Polytechnique (2009)

4 Jun

I have not seen Gus Van Sant’s Elephant. In a way, I chose not to see it. Part of me feels that some things should not be made into films. But in another way, I see that movies can be a coping mechanism: by putting the limitations of filmic structure on an incident such as a school shooting, it puts it in a context which we can understand it and then accept it. Everything I have read about Elephant has suggested that Van Sant withholds this kind of context, as he should: such an act of mindless violence doesn’t deserve to be dramatized and dissected so we can understand it and cope with it. He presents a hard world, where things happen regardless of why, providing a reason for what happened would only provide some kind of justification.

Polytechnique is not a film about columbine, but is rather the attack on the Montreal Polythechnique School in the late 80’s. The film provides reasons for what happened, coming straight out of the killers mouth. Where there is a danger in having the killer justify his murders, it works in the film because the storylines in the films multi-arc structure serve to show that his reasons are pure fiction.  His hatred of feminism and feminists, and blaming his anti-social behaviour  on the inequality that is being put on men from the historically unimportant female sex is completely obliterated when we see Valérie, the female protagnist we follow in one of the storylines, applying for an engineering job. She is told that women do not typically apply for jobs in aeronautical engineering since it is harder to raise a family at the same time. Both of these scenes are rather simplistic and are transparent thematically, they merely serve to show the disconnect between the killer and the real world.

This disconnect is also apparent in the filmmaking. One of the more striking elements in the film is that it is present in full black and white. Contemporary cinema is quite reluctant to have a full feature in black and white, it makes it harder for the audience to become fully immersed in the film. In shooting the film in black and white, the audience is fully aware they are watching a film. In this kind of film, with scenes of such high intensity and horror, a distance between the audience and subject allows us to witness the atrocity rather than feeling part of it. The black and white image also reflects the way that the killer sees the world, as a skewed version of the real. The harsh coldness of the image on the screen reflects on the violence depicted as well as the cold and snowy Montreal climate the film takes place in.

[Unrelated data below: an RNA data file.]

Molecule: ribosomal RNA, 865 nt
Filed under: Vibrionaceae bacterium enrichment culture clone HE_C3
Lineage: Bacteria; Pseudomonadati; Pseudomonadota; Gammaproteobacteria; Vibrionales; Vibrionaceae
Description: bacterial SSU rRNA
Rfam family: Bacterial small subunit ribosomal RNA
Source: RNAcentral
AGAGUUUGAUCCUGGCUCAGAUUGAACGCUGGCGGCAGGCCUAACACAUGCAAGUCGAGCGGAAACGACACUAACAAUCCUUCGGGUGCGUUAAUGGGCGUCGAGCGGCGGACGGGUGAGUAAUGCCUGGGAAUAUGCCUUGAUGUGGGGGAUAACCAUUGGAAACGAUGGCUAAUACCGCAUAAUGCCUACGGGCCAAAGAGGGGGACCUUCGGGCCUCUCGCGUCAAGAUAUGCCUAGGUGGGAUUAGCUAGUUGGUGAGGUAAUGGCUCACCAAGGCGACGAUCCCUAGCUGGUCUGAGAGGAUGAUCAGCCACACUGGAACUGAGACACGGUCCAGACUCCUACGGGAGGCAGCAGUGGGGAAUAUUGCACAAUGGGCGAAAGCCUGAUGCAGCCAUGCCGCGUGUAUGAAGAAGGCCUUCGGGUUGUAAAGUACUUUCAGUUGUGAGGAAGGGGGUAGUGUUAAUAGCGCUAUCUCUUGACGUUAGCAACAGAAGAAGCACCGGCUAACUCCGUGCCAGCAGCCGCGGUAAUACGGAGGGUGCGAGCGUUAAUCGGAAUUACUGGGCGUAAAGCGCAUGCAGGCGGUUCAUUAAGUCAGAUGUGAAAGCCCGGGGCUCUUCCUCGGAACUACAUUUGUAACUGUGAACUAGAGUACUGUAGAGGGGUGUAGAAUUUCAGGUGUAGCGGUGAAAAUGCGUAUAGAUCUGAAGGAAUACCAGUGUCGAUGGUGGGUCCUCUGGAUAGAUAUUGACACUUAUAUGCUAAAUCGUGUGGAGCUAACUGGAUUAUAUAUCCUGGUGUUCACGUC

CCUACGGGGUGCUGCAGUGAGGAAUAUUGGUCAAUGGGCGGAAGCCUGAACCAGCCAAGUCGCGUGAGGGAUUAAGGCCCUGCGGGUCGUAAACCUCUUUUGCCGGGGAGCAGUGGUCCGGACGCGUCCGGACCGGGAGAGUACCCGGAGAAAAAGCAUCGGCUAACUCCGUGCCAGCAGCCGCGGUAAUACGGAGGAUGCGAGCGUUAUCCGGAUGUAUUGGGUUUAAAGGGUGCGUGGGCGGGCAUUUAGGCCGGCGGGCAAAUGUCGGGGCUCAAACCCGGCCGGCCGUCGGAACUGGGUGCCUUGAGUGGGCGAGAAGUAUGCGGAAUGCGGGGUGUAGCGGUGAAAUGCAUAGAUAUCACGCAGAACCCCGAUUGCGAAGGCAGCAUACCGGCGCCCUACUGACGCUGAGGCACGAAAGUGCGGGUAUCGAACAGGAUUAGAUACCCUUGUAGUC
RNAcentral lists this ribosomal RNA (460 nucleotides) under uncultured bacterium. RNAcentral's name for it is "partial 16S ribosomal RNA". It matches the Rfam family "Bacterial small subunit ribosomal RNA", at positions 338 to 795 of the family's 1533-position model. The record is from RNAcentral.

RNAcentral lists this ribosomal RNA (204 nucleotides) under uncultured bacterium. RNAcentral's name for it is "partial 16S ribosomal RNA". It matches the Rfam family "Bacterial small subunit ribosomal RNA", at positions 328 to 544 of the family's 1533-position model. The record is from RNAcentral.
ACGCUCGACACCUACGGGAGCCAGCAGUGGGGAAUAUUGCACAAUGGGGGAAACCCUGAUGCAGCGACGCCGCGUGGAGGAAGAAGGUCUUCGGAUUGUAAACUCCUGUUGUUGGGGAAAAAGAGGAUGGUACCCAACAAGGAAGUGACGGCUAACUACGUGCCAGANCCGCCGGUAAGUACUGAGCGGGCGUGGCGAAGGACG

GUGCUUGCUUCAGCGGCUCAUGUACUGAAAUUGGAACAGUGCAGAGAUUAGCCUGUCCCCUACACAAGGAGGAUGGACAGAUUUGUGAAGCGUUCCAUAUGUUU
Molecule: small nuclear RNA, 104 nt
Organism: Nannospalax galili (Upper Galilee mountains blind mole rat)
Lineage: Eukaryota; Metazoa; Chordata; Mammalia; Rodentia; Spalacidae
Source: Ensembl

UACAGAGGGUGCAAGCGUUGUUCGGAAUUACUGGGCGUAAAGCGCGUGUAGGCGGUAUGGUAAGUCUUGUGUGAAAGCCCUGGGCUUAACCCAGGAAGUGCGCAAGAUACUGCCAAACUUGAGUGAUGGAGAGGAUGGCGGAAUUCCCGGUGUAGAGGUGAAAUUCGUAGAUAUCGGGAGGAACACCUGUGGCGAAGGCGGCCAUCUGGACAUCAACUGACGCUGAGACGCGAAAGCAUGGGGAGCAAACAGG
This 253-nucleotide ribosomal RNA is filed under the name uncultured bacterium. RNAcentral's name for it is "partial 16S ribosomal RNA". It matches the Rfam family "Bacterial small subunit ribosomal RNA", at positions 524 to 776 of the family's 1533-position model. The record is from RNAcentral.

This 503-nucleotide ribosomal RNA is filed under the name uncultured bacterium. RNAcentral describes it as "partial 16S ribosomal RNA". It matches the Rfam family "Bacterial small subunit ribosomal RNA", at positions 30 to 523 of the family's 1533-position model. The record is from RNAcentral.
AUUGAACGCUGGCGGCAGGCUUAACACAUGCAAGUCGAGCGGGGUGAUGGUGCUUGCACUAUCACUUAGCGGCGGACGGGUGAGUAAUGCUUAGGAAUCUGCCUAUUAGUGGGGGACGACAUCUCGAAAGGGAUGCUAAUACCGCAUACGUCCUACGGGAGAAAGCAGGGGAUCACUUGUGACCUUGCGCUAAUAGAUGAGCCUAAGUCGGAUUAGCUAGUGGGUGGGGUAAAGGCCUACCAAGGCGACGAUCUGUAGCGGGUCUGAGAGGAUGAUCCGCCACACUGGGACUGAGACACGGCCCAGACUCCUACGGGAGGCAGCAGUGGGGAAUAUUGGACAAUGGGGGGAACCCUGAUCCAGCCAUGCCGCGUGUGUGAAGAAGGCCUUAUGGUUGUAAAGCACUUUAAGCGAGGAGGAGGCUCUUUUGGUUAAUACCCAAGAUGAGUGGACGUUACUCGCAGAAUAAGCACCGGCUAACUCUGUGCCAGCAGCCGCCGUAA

The way that the violence is depicted is brilliant in a way. The filmmakers have to walk an almost impossible line to make the film work without exploitation and without shying away from horror. They are indeed able to achieve this with sudden graphic violence with little or no reason and justification. The camera doesn’t linger or shy away, but merely manages to leave an imprint with each shot fired. The scene where the killer in the classroom is particularly disturbing and violent, but only manages to show the killer for what he is rather than focusing on the violence that he is committing.

What is probably the most interesting aspect of the film is the different worlds that it presents. There are three separate stories that are told through the film, all of which intersect during the massacre itself. First we are in the world of the murderer, which is alone and devoid of both men and women, we only hear his delusional manifesto and confession through letters he writes before the attack. We then enter the world of his female victims as represented by Valérie and Stéphanie as they prepare for engineering finals. What is striking about the portrayal of social structure in Polytechnique is the way that it is segmented between male and female. There are several shots of men together and women together, and rarely do we see men and women together socially: they exist in separate worlds. We then follow Jean-François through the world of the enlightened man: he crosses between the world of the male and female freely, asking Valérie for help with class and generally treating women as people the same as him.

There is affection between Jean-François and Valérie, and in another version of events that is what this film would be about. But that is all taken away, and I think that is the real point of the film, such a pointless act of violence changed the course of all these people’s lives.  Those who survive are left to live in a world where these things could happen, where even the enlightened man is left helpless at the hands of the evil around him, where sometimes the glass ceiling doesn’t break, where feminism is completely necessary rather than the post-feminist world that the women thought they went to school in.

Much like the columbine killers and numerous other shooting sprees,the killer commits suicide after his massacre. Leaving those survivors to live in the world he made for them when he is free of it. The harshness of the reality of the film rings true to life: that sometimes the bad guys win and the rest are just left to pick up the pieces.


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